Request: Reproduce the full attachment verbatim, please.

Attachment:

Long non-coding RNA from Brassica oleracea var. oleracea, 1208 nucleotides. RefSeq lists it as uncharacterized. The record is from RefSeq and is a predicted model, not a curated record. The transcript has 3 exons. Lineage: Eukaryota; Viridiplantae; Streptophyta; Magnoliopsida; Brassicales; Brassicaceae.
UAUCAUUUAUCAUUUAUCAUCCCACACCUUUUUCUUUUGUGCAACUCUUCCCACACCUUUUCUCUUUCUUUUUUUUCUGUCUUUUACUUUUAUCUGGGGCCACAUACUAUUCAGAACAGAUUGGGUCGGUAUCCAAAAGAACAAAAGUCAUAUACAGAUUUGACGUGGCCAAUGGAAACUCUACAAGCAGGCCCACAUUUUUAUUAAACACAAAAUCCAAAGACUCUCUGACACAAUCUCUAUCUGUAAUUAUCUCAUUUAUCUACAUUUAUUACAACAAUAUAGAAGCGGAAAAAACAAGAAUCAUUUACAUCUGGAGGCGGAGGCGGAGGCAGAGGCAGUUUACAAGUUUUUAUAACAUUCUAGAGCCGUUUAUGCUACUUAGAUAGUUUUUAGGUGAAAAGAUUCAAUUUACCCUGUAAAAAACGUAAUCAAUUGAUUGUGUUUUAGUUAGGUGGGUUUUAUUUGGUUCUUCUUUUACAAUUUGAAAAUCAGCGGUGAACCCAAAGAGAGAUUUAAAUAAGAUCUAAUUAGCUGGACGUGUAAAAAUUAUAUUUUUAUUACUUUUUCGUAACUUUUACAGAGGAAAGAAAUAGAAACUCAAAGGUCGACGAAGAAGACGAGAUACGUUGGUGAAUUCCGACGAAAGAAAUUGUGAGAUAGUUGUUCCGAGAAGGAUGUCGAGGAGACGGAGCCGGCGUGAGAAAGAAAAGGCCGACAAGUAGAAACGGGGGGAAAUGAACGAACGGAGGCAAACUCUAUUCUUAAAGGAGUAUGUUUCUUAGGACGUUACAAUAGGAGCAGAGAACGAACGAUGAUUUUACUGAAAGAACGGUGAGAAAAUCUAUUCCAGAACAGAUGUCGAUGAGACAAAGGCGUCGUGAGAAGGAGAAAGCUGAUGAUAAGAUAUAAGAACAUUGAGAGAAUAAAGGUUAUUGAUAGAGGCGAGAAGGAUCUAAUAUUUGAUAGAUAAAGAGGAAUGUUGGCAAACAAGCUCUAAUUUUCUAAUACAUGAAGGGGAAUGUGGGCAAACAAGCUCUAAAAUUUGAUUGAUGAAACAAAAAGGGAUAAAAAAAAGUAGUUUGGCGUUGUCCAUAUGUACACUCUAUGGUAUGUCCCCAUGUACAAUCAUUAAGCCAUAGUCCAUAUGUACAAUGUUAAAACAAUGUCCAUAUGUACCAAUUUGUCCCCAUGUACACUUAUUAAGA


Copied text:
Long non-coding RNA from Brassica oleracea var. oleracea, 1208 nucleotides. RefSeq lists it as uncharacterized. The record is from RefSeq and is a predicted model, not a curated record. The transcript has 3 exons. Lineage: Eukaryota; Viridiplantae; Streptophyta; Magnoliopsida; Brassicales; Brassicaceae.
UAUCAUUUAUCAUUUAUCAUCCCACACCUUUUUCUUUUGUGCAACUCUUCCCACACCUUUUCUCUUUCUUUUUUUUCUGUCUUUUACUUUUAUCUGGGGCCACAUACUAUUCAGAACAGAUUGGGUCGGUAUCCAAAAGAACAAAAGUCAUAUACAGAUUUGACGUGGCCAAUGGAAACUCUACAAGCAGGCCCACAUUUUUAUUAAACACAAAAUCCAAAGACUCUCUGACACAAUCUCUAUCUGUAAUUAUCUCAUUUAUCUACAUUUAUUACAACAAUAUAGAAGCGGAAAAAACAAGAAUCAUUUACAUCUGGAGGCGGAGGCGGAGGCAGAGGCAGUUUACAAGUUUUUAUAACAUUCUAGAGCCGUUUAUGCUACUUAGAUAGUUUUUAGGUGAAAAGAUUCAAUUUACCCUGUAAAAAACGUAAUCAAUUGAUUGUGUUUUAGUUAGGUGGGUUUUAUUUGGUUCUUCUUUUACAAUUUGAAAAUCAGCGGUGAACCCAAAGAGAGAUUUAAAUAAGAUCUAAUUAGCUGGACGUGUAAAAAUUAUAUUUUUAUUACUUUUUCGUAACUUUUACAGAGGAAAGAAAUAGAAACUCAAAGGUCGACGAAGAAGACGAGAUACGUUGGUGAAUUCCGACGAAAGAAAUUGUGAGAUAGUUGUUCCGAGAAGGAUGUCGAGGAGACGGAGCCGGCGUGAGAAAGAAAAGGCCGACAAGUAGAAACGGGGGGAAAUGAACGAACGGAGGCAAACUCUAUUCUUAAAGGAGUAUGUUUCUUAGGACGUUACAAUAGGAGCAGAGAACGAACGAUGAUUUUACUGAAAGAACGGUGAGAAAAUCUAUUCCAGAACAGAUGUCGAUGAGACAAAGGCGUCGUGAGAAGGAGAAAGCUGAUGAUAAGAUAUAAGAACAUUGAGAGAAUAAAGGUUAUUGAUAGAGGCGAGAAGGAUCUAAUAUUUGAUAGAUAAAGAGGAAUGUUGGCAAACAAGCUCUAAUUUUCUAAUACAUGAAGGGGAAUGUGGGCAAACAAGCUCUAAAAUUUGAUUGAUGAAACAAAAAGGGAUAAAAAAAAGUAGUUUGGCGUUGUCCAUAUGUACACUCUAUGGUAUGUCCCCAUGUACAAUCAUUAAGCCAUAGUCCAUAUGUACAAUGUUAAAACAAUGUCCAUAUGUACCAAUUUGUCCCCAUGUACACUUAUUAAGA